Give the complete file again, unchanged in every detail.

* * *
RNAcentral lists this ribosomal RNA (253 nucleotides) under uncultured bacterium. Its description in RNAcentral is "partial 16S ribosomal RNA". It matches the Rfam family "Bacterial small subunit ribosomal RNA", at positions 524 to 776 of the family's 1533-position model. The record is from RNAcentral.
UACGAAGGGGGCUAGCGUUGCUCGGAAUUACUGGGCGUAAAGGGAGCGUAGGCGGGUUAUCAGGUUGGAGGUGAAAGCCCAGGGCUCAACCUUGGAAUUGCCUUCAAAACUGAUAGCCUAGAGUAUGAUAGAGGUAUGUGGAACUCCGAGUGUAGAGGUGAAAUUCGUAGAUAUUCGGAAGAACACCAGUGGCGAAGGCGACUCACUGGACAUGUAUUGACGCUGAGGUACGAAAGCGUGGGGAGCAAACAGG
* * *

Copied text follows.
RNAcentral lists this ribosomal RNA (253 nucleotides) under uncultured bacterium. Its description in RNAcentral is "partial 16S ribosomal RNA". It matches the Rfam family "Bacterial small subunit ribosomal RNA", at positions 524 to 776 of the family's 1533-position model. The record is from RNAcentral.
UACGAAGGGGGCUAGCGUUGCUCGGAAUUACUGGGCGUAAAGGGAGCGUAGGCGGGUUAUCAGGUUGGAGGUGAAAGCCCAGGGCUCAACCUUGGAAUUGCCUUCAAAACUGAUAGCCUAGAGUAUGAUAGAGGUAUGUGGAACUCCGAGUGUAGAGGUGAAAUUCGUAGAUAUUCGGAAGAACACCAGUGGCGAAGGCGACUCACUGGACAUGUAUUGACGCUGAGGUACGAAAGCGUGGGGAGCAAACAGG